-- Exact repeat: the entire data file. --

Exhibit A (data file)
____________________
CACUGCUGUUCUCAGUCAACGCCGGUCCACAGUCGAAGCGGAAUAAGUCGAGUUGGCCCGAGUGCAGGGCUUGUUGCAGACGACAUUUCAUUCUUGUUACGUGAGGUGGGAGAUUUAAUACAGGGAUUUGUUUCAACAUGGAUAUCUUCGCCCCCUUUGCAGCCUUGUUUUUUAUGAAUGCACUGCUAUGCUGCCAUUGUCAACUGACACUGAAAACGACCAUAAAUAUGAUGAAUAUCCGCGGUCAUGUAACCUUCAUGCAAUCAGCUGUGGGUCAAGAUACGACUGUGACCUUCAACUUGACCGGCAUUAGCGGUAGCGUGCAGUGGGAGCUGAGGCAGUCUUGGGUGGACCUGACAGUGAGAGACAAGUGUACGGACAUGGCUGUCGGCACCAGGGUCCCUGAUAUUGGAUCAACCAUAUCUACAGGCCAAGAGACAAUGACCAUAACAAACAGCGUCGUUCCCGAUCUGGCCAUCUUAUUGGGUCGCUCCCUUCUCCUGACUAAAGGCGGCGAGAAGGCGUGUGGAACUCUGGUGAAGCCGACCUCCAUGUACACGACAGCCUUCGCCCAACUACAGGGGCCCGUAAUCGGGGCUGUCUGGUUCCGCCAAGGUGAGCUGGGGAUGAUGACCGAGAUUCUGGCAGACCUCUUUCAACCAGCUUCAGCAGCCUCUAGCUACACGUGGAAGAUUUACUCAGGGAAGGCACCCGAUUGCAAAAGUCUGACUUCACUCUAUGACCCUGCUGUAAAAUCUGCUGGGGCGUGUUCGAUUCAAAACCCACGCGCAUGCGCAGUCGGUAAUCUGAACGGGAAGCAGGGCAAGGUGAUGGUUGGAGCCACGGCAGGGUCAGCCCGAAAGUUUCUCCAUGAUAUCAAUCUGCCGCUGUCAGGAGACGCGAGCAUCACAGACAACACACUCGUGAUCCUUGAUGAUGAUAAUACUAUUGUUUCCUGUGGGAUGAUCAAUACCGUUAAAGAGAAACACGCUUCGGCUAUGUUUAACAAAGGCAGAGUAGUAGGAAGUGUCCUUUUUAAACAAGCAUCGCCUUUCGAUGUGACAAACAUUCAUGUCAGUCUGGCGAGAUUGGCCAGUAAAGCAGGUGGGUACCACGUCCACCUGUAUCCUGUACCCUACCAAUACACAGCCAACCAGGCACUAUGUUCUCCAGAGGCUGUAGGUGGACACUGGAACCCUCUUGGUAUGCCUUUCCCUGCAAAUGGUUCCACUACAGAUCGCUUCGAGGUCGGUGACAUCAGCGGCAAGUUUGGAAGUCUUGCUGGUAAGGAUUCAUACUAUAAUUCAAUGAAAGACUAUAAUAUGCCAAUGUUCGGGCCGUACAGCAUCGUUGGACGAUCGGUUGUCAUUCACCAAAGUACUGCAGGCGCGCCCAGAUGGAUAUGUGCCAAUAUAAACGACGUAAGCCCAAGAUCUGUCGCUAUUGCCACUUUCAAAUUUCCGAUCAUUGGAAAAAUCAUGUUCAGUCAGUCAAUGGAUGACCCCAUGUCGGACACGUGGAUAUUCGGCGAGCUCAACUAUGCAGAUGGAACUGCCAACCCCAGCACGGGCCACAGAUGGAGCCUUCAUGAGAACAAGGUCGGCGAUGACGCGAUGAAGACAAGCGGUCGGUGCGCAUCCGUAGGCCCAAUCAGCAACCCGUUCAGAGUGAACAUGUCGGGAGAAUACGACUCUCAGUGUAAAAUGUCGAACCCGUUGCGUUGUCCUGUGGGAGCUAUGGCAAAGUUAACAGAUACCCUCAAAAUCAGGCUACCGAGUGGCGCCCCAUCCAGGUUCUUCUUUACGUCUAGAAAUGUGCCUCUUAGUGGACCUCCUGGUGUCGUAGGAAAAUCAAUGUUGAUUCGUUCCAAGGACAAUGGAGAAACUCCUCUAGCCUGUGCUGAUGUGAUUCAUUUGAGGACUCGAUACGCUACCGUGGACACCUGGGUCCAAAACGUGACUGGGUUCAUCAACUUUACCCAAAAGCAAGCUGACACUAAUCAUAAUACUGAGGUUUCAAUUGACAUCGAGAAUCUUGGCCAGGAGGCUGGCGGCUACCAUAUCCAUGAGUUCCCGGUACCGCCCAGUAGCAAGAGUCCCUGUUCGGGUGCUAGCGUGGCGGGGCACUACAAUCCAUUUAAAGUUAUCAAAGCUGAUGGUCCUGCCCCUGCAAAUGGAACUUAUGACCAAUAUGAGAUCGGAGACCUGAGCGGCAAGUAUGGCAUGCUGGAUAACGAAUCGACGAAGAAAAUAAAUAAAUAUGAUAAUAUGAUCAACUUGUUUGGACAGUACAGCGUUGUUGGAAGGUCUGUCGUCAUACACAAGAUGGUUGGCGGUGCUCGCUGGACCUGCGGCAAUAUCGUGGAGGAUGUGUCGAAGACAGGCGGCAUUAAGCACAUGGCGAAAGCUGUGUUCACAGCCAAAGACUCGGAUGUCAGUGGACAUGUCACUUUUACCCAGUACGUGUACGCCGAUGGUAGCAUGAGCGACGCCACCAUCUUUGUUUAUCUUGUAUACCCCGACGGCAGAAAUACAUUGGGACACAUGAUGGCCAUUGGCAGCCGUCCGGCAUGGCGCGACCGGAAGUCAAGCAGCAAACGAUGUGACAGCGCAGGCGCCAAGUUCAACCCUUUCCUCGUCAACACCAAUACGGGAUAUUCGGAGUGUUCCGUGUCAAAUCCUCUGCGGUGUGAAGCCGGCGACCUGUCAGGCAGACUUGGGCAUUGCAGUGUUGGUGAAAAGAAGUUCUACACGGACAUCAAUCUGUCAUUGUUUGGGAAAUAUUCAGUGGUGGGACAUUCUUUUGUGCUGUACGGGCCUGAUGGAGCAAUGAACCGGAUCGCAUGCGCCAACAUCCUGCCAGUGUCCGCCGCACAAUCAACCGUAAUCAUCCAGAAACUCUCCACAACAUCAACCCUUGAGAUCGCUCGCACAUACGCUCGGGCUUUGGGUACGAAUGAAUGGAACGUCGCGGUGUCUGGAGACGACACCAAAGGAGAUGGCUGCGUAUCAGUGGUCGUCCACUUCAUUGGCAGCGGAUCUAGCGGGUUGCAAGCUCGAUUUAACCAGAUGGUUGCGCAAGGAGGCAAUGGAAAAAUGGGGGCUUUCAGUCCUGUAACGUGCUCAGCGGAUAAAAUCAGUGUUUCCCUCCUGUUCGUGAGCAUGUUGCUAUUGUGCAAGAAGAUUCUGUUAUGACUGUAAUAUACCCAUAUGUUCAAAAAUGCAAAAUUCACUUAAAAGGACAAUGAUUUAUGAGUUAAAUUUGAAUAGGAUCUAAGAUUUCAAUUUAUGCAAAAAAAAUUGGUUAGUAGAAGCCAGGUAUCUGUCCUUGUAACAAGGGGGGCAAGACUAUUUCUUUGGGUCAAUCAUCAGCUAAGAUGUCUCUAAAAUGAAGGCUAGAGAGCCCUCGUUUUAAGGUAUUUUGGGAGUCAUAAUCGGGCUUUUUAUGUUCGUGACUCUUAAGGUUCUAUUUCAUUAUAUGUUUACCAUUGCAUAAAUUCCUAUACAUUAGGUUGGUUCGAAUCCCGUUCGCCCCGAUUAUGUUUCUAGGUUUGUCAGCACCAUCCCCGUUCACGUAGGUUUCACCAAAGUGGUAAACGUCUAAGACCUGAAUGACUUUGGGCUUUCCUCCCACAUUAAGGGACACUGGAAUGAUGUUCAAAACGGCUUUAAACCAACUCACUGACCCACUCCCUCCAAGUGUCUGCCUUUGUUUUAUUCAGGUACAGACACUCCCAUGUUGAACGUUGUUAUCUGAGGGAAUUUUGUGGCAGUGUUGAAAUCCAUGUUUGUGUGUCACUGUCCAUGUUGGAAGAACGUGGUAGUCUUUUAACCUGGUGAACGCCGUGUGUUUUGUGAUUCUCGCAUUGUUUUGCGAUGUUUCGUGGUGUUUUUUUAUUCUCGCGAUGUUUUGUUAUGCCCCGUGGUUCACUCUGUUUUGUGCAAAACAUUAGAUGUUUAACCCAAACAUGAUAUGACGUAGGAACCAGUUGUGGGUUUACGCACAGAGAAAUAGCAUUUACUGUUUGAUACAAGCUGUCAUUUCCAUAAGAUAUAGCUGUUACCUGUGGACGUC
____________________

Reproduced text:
CACUGCUGUUCUCAGUCAACGCCGGUCCACAGUCGAAGCGGAAUAAGUCGAGUUGGCCCGAGUGCAGGGCUUGUUGCAGACGACAUUUCAUUCUUGUUACGUGAGGUGGGAGAUUUAAUACAGGGAUUUGUUUCAACAUGGAUAUCUUCGCCCCCUUUGCAGCCUUGUUUUUUAUGAAUGCACUGCUAUGCUGCCAUUGUCAACUGACACUGAAAACGACCAUAAAUAUGAUGAAUAUCCGCGGUCAUGUAACCUUCAUGCAAUCAGCUGUGGGUCAAGAUACGACUGUGACCUUCAACUUGACCGGCAUUAGCGGUAGCGUGCAGUGGGAGCUGAGGCAGUCUUGGGUGGACCUGACAGUGAGAGACAAGUGUACGGACAUGGCUGUCGGCACCAGGGUCCCUGAUAUUGGAUCAACCAUAUCUACAGGCCAAGAGACAAUGACCAUAACAAACAGCGUCGUUCCCGAUCUGGCCAUCUUAUUGGGUCGCUCCCUUCUCCUGACUAAAGGCGGCGAGAAGGCGUGUGGAACUCUGGUGAAGCCGACCUCCAUGUACACGACAGCCUUCGCCCAACUACAGGGGCCCGUAAUCGGGGCUGUCUGGUUCCGCCAAGGUGAGCUGGGGAUGAUGACCGAGAUUCUGGCAGACCUCUUUCAACCAGCUUCAGCAGCCUCUAGCUACACGUGGAAGAUUUACUCAGGGAAGGCACCCGAUUGCAAAAGUCUGACUUCACUCUAUGACCCUGCUGUAAAAUCUGCUGGGGCGUGUUCGAUUCAAAACCCACGCGCAUGCGCAGUCGGUAAUCUGAACGGGAAGCAGGGCAAGGUGAUGGUUGGAGCCACGGCAGGGUCAGCCCGAAAGUUUCUCCAUGAUAUCAAUCUGCCGCUGUCAGGAGACGCGAGCAUCACAGACAACACACUCGUGAUCCUUGAUGAUGAUAAUACUAUUGUUUCCUGUGGGAUGAUCAAUACCGUUAAAGAGAAACACGCUUCGGCUAUGUUUAACAAAGGCAGAGUAGUAGGAAGUGUCCUUUUUAAACAAGCAUCGCCUUUCGAUGUGACAAACAUUCAUGUCAGUCUGGCGAGAUUGGCCAGUAAAGCAGGUGGGUACCACGUCCACCUGUAUCCUGUACCCUACCAAUACACAGCCAACCAGGCACUAUGUUCUCCAGAGGCUGUAGGUGGACACUGGAACCCUCUUGGUAUGCCUUUCCCUGCAAAUGGUUCCACUACAGAUCGCUUCGAGGUCGGUGACAUCAGCGGCAAGUUUGGAAGUCUUGCUGGUAAGGAUUCAUACUAUAAUUCAAUGAAAGACUAUAAUAUGCCAAUGUUCGGGCCGUACAGCAUCGUUGGACGAUCGGUUGUCAUUCACCAAAGUACUGCAGGCGCGCCCAGAUGGAUAUGUGCCAAUAUAAACGACGUAAGCCCAAGAUCUGUCGCUAUUGCCACUUUCAAAUUUCCGAUCAUUGGAAAAAUCAUGUUCAGUCAGUCAAUGGAUGACCCCAUGUCGGACACGUGGAUAUUCGGCGAGCUCAACUAUGCAGAUGGAACUGCCAACCCCAGCACGGGCCACAGAUGGAGCCUUCAUGAGAACAAGGUCGGCGAUGACGCGAUGAAGACAAGCGGUCGGUGCGCAUCCGUAGGCCCAAUCAGCAACCCGUUCAGAGUGAACAUGUCGGGAGAAUACGACUCUCAGUGUAAAAUGUCGAACCCGUUGCGUUGUCCUGUGGGAGCUAUGGCAAAGUUAACAGAUACCCUCAAAAUCAGGCUACCGAGUGGCGCCCCAUCCAGGUUCUUCUUUACGUCUAGAAAUGUGCCUCUUAGUGGACCUCCUGGUGUCGUAGGAAAAUCAAUGUUGAUUCGUUCCAAGGACAAUGGAGAAACUCCUCUAGCCUGUGCUGAUGUGAUUCAUUUGAGGACUCGAUACGCUACCGUGGACACCUGGGUCCAAAACGUGACUGGGUUCAUCAACUUUACCCAAAAGCAAGCUGACACUAAUCAUAAUACUGAGGUUUCAAUUGACAUCGAGAAUCUUGGCCAGGAGGCUGGCGGCUACCAUAUCCAUGAGUUCCCGGUACCGCCCAGUAGCAAGAGUCCCUGUUCGGGUGCUAGCGUGGCGGGGCACUACAAUCCAUUUAAAGUUAUCAAAGCUGAUGGUCCUGCCCCUGCAAAUGGAACUUAUGACCAAUAUGAGAUCGGAGACCUGAGCGGCAAGUAUGGCAUGCUGGAUAACGAAUCGACGAAGAAAAUAAAUAAAUAUGAUAAUAUGAUCAACUUGUUUGGACAGUACAGCGUUGUUGGAAGGUCUGUCGUCAUACACAAGAUGGUUGGCGGUGCUCGCUGGACCUGCGGCAAUAUCGUGGAGGAUGUGUCGAAGACAGGCGGCAUUAAGCACAUGGCGAAAGCUGUGUUCACAGCCAAAGACUCGGAUGUCAGUGGACAUGUCACUUUUACCCAGUACGUGUACGCCGAUGGUAGCAUGAGCGACGCCACCAUCUUUGUUUAUCUUGUAUACCCCGACGGCAGAAAUACAUUGGGACACAUGAUGGCCAUUGGCAGCCGUCCGGCAUGGCGCGACCGGAAGUCAAGCAGCAAACGAUGUGACAGCGCAGGCGCCAAGUUCAACCCUUUCCUCGUCAACACCAAUACGGGAUAUUCGGAGUGUUCCGUGUCAAAUCCUCUGCGGUGUGAAGCCGGCGACCUGUCAGGCAGACUUGGGCAUUGCAGUGUUGGUGAAAAGAAGUUCUACACGGACAUCAAUCUGUCAUUGUUUGGGAAAUAUUCAGUGGUGGGACAUUCUUUUGUGCUGUACGGGCCUGAUGGAGCAAUGAACCGGAUCGCAUGCGCCAACAUCCUGCCAGUGUCCGCCGCACAAUCAACCGUAAUCAUCCAGAAACUCUCCACAACAUCAACCCUUGAGAUCGCUCGCACAUACGCUCGGGCUUUGGGUACGAAUGAAUGGAACGUCGCGGUGUCUGGAGACGACACCAAAGGAGAUGGCUGCGUAUCAGUGGUCGUCCACUUCAUUGGCAGCGGAUCUAGCGGGUUGCAAGCUCGAUUUAACCAGAUGGUUGCGCAAGGAGGCAAUGGAAAAAUGGGGGCUUUCAGUCCUGUAACGUGCUCAGCGGAUAAAAUCAGUGUUUCCCUCCUGUUCGUGAGCAUGUUGCUAUUGUGCAAGAAGAUUCUGUUAUGACUGUAAUAUACCCAUAUGUUCAAAAAUGCAAAAUUCACUUAAAAGGACAAUGAUUUAUGAGUUAAAUUUGAAUAGGAUCUAAGAUUUCAAUUUAUGCAAAAAAAAUUGGUUAGUAGAAGCCAGGUAUCUGUCCUUGUAACAAGGGGGGCAAGACUAUUUCUUUGGGUCAAUCAUCAGCUAAGAUGUCUCUAAAAUGAAGGCUAGAGAGCCCUCGUUUUAAGGUAUUUUGGGAGUCAUAAUCGGGCUUUUUAUGUUCGUGACUCUUAAGGUUCUAUUUCAUUAUAUGUUUACCAUUGCAUAAAUUCCUAUACAUUAGGUUGGUUCGAAUCCCGUUCGCCCCGAUUAUGUUUCUAGGUUUGUCAGCACCAUCCCCGUUCACGUAGGUUUCACCAAAGUGGUAAACGUCUAAGACCUGAAUGACUUUGGGCUUUCCUCCCACAUUAAGGGACACUGGAAUGAUGUUCAAAACGGCUUUAAACCAACUCACUGACCCACUCCCUCCAAGUGUCUGCCUUUGUUUUAUUCAGGUACAGACACUCCCAUGUUGAACGUUGUUAUCUGAGGGAAUUUUGUGGCAGUGUUGAAAUCCAUGUUUGUGUGUCACUGUCCAUGUUGGAAGAACGUGGUAGUCUUUUAACCUGGUGAACGCCGUGUGUUUUGUGAUUCUCGCAUUGUUUUGCGAUGUUUCGUGGUGUUUUUUUAUUCUCGCGAUGUUUUGUUAUGCCCCGUGGUUCACUCUGUUUUGUGCAAAACAUUAGAUGUUUAACCCAAACAUGAUAUGACGUAGGAACCAGUUGUGGGUUUACGCACAGAGAAAUAGCAUUUACUGUUUGAUACAAGCUGUCAUUUCCAUAAGAUAUAGCUGUUACCUGUGGACGUC